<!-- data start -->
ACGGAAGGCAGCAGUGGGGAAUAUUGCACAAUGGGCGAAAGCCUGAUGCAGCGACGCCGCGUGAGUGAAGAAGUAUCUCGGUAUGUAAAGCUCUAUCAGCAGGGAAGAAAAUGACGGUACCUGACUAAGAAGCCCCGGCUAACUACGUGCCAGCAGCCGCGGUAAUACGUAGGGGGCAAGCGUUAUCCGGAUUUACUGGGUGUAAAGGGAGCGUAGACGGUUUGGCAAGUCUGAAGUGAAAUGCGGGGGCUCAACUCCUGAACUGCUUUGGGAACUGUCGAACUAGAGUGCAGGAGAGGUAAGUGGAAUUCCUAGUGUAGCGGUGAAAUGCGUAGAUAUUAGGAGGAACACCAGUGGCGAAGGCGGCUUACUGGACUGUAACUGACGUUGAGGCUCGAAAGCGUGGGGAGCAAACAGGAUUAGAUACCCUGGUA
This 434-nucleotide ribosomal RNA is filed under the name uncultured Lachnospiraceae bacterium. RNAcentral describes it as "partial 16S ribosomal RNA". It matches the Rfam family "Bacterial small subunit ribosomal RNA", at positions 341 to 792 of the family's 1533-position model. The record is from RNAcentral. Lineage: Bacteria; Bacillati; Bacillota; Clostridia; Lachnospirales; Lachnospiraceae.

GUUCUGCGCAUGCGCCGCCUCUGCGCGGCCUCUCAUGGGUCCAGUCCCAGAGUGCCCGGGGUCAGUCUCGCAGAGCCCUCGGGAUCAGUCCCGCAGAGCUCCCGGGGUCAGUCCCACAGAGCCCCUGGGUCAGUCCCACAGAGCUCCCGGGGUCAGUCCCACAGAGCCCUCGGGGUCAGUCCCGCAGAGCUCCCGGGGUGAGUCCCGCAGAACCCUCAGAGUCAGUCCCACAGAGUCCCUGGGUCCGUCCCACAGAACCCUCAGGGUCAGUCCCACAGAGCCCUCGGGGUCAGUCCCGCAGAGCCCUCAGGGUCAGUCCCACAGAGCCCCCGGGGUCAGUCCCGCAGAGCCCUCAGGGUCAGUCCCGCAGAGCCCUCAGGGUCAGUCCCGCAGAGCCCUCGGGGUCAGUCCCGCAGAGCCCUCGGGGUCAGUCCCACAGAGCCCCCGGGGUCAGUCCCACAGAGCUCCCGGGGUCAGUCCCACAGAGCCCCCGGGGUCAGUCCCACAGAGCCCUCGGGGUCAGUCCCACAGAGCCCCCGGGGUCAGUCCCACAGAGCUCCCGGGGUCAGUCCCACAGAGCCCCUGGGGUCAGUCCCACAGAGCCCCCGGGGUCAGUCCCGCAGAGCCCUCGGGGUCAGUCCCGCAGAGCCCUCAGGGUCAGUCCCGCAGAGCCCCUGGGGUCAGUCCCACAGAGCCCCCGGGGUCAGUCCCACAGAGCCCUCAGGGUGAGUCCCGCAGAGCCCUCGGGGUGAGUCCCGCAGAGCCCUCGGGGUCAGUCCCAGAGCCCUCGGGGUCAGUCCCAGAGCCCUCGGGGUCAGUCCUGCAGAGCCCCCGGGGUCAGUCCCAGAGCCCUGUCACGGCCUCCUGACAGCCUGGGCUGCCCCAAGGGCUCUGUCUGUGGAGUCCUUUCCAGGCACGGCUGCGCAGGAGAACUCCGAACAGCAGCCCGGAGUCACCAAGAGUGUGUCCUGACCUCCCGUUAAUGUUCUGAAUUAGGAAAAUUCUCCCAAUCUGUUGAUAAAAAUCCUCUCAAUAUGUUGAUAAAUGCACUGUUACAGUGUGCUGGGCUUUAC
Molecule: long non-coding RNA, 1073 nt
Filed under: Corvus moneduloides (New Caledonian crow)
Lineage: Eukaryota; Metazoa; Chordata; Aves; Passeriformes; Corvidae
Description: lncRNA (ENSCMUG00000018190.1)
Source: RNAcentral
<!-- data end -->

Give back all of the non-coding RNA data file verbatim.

ACGGAAGGCAGCAGUGGGGAAUAUUGCACAAUGGGCGAAAGCCUGAUGCAGCGACGCCGCGUGAGUGAAGAAGUAUCUCGGUAUGUAAAGCUCUAUCAGCAGGGAAGAAAAUGACGGUACCUGACUAAGAAGCCCCGGCUAACUACGUGCCAGCAGCCGCGGUAAUACGUAGGGGGCAAGCGUUAUCCGGAUUUACUGGGUGUAAAGGGAGCGUAGACGGUUUGGCAAGUCUGAAGUGAAAUGCGGGGGCUCAACUCCUGAACUGCUUUGGGAACUGUCGAACUAGAGUGCAGGAGAGGUAAGUGGAAUUCCUAGUGUAGCGGUGAAAUGCGUAGAUAUUAGGAGGAACACCAGUGGCGAAGGCGGCUUACUGGACUGUAACUGACGUUGAGGCUCGAAAGCGUGGGGAGCAAACAGGAUUAGAUACCCUGGUA
This 434-nucleotide ribosomal RNA is filed under the name uncultured Lachnospiraceae bacterium. RNAcentral describes it as "partial 16S ribosomal RNA". It matches the Rfam family "Bacterial small subunit ribosomal RNA", at positions 341 to 792 of the family's 1533-position model. The record is from RNAcentral. Lineage: Bacteria; Bacillati; Bacillota; Clostridia; Lachnospirales; Lachnospiraceae.

GUUCUGCGCAUGCGCCGCCUCUGCGCGGCCUCUCAUGGGUCCAGUCCCAGAGUGCCCGGGGUCAGUCUCGCAGAGCCCUCGGGAUCAGUCCCGCAGAGCUCCCGGGGUCAGUCCCACAGAGCCCCUGGGUCAGUCCCACAGAGCUCCCGGGGUCAGUCCCACAGAGCCCUCGGGGUCAGUCCCGCAGAGCUCCCGGGGUGAGUCCCGCAGAACCCUCAGAGUCAGUCCCACAGAGUCCCUGGGUCCGUCCCACAGAACCCUCAGGGUCAGUCCCACAGAGCCCUCGGGGUCAGUCCCGCAGAGCCCUCAGGGUCAGUCCCACAGAGCCCCCGGGGUCAGUCCCGCAGAGCCCUCAGGGUCAGUCCCGCAGAGCCCUCAGGGUCAGUCCCGCAGAGCCCUCGGGGUCAGUCCCGCAGAGCCCUCGGGGUCAGUCCCACAGAGCCCCCGGGGUCAGUCCCACAGAGCUCCCGGGGUCAGUCCCACAGAGCCCCCGGGGUCAGUCCCACAGAGCCCUCGGGGUCAGUCCCACAGAGCCCCCGGGGUCAGUCCCACAGAGCUCCCGGGGUCAGUCCCACAGAGCCCCUGGGGUCAGUCCCACAGAGCCCCCGGGGUCAGUCCCGCAGAGCCCUCGGGGUCAGUCCCGCAGAGCCCUCAGGGUCAGUCCCGCAGAGCCCCUGGGGUCAGUCCCACAGAGCCCCCGGGGUCAGUCCCACAGAGCCCUCAGGGUGAGUCCCGCAGAGCCCUCGGGGUGAGUCCCGCAGAGCCCUCGGGGUCAGUCCCAGAGCCCUCGGGGUCAGUCCCAGAGCCCUCGGGGUCAGUCCUGCAGAGCCCCCGGGGUCAGUCCCAGAGCCCUGUCACGGCCUCCUGACAGCCUGGGCUGCCCCAAGGGCUCUGUCUGUGGAGUCCUUUCCAGGCACGGCUGCGCAGGAGAACUCCGAACAGCAGCCCGGAGUCACCAAGAGUGUGUCCUGACCUCCCGUUAAUGUUCUGAAUUAGGAAAAUUCUCCCAAUCUGUUGAUAAAAAUCCUCUCAAUAUGUUGAUAAAUGCACUGUUACAGUGUGCUGGGCUUUAC
Molecule: long non-coding RNA, 1073 nt
Filed under: Corvus moneduloides (New Caledonian crow)
Lineage: Eukaryota; Metazoa; Chordata; Aves; Passeriformes; Corvidae
Description: lncRNA (ENSCMUG00000018190.1)
Source: RNAcentral